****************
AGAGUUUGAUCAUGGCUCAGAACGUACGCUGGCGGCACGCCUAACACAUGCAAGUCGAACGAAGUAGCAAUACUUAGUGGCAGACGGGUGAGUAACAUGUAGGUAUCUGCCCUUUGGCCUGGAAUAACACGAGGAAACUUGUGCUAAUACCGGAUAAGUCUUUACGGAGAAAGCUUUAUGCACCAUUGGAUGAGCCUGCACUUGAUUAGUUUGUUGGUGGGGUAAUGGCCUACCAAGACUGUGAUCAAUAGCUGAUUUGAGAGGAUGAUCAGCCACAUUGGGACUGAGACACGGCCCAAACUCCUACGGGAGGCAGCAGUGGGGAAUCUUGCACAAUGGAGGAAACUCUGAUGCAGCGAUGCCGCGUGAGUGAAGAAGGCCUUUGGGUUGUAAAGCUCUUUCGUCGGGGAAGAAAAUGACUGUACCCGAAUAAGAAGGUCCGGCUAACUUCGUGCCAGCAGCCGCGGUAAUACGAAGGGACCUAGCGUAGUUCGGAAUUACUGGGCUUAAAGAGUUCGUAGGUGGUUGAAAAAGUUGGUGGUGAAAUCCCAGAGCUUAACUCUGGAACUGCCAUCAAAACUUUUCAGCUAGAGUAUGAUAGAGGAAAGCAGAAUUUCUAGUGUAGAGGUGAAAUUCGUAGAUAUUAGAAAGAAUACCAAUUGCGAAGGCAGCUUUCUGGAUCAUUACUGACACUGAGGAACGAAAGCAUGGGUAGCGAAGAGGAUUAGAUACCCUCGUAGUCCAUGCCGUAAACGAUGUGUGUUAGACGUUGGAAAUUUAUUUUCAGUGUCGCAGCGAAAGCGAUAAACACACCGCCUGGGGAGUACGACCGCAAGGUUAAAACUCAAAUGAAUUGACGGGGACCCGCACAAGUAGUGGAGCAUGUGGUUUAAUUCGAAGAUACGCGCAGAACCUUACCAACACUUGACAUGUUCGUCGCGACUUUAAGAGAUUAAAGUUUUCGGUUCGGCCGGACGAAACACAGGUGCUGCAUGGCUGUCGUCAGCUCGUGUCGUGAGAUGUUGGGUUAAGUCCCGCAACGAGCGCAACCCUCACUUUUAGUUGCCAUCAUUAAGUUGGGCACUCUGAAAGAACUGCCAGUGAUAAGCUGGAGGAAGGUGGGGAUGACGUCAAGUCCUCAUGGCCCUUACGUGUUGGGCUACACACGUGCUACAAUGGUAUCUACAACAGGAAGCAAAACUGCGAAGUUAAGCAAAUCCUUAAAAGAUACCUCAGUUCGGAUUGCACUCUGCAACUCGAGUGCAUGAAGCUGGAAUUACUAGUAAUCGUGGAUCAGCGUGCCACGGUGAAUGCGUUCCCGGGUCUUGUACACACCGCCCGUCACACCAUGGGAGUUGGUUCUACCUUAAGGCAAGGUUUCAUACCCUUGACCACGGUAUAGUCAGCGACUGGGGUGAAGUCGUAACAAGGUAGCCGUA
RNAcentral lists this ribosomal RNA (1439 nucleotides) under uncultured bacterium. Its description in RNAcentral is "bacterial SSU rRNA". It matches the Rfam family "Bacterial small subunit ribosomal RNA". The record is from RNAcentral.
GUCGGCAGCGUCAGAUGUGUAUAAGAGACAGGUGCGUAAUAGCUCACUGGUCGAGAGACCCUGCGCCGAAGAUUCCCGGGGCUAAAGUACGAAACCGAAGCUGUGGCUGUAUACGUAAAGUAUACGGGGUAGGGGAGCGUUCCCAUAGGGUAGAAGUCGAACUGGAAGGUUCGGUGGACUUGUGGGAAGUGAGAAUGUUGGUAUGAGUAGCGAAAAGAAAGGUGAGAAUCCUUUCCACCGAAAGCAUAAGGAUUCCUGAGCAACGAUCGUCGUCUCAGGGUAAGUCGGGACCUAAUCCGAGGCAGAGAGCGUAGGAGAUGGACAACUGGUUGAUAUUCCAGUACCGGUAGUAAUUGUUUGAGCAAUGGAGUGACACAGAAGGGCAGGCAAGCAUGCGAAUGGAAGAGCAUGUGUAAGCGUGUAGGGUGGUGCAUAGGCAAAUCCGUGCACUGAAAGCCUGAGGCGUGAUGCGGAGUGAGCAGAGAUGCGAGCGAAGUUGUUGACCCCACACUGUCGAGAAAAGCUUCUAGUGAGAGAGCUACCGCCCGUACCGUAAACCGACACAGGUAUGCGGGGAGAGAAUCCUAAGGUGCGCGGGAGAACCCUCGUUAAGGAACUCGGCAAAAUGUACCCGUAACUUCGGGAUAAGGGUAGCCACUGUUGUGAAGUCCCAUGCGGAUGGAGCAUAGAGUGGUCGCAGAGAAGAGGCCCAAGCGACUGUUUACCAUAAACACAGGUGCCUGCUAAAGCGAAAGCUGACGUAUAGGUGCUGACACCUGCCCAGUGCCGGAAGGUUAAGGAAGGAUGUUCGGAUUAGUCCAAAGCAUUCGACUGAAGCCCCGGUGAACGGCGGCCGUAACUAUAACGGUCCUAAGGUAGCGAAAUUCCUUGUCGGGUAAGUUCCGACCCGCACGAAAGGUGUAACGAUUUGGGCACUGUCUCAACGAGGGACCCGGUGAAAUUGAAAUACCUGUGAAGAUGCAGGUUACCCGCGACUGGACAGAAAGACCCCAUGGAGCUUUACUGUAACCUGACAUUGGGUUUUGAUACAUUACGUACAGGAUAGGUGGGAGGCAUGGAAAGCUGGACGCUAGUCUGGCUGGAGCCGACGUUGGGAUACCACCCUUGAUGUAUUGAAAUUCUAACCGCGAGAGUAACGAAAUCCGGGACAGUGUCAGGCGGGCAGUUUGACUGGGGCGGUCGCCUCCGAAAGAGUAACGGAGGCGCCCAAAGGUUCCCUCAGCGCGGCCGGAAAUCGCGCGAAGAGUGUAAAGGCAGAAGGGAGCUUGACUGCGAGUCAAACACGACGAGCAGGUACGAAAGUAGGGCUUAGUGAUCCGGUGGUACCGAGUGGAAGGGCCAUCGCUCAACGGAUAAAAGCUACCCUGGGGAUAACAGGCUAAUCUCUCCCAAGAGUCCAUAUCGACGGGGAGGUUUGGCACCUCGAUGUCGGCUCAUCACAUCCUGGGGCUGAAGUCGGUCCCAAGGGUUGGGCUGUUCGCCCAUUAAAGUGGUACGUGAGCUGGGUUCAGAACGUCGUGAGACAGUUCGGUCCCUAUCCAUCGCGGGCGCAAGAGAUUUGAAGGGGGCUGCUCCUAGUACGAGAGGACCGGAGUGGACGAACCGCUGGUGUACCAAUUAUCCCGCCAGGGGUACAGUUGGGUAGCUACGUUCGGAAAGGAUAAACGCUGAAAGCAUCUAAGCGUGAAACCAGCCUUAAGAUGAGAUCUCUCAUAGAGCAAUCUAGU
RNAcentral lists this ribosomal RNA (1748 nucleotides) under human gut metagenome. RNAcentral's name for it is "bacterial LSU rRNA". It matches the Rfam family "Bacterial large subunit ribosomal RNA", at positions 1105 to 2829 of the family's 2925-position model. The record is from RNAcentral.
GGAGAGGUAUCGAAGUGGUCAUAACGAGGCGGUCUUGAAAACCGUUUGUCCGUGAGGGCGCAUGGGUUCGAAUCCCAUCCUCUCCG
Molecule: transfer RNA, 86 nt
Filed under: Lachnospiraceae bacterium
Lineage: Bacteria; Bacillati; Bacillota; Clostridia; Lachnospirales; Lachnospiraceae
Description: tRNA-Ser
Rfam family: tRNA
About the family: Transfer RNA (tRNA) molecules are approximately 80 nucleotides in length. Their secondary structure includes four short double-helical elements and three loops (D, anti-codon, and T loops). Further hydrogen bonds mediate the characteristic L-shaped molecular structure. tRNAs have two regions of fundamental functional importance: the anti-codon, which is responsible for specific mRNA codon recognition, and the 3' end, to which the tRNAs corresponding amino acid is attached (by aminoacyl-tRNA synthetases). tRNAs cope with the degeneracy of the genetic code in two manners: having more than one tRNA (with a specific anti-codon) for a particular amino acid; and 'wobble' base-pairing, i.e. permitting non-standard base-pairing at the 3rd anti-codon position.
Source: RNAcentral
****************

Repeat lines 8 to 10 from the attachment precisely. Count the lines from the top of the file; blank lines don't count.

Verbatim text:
Lineage: Bacteria; Bacillati; Bacillota; Clostridia; Lachnospirales; Lachnospiraceae
Description: tRNA-Ser
Rfam family: tRNA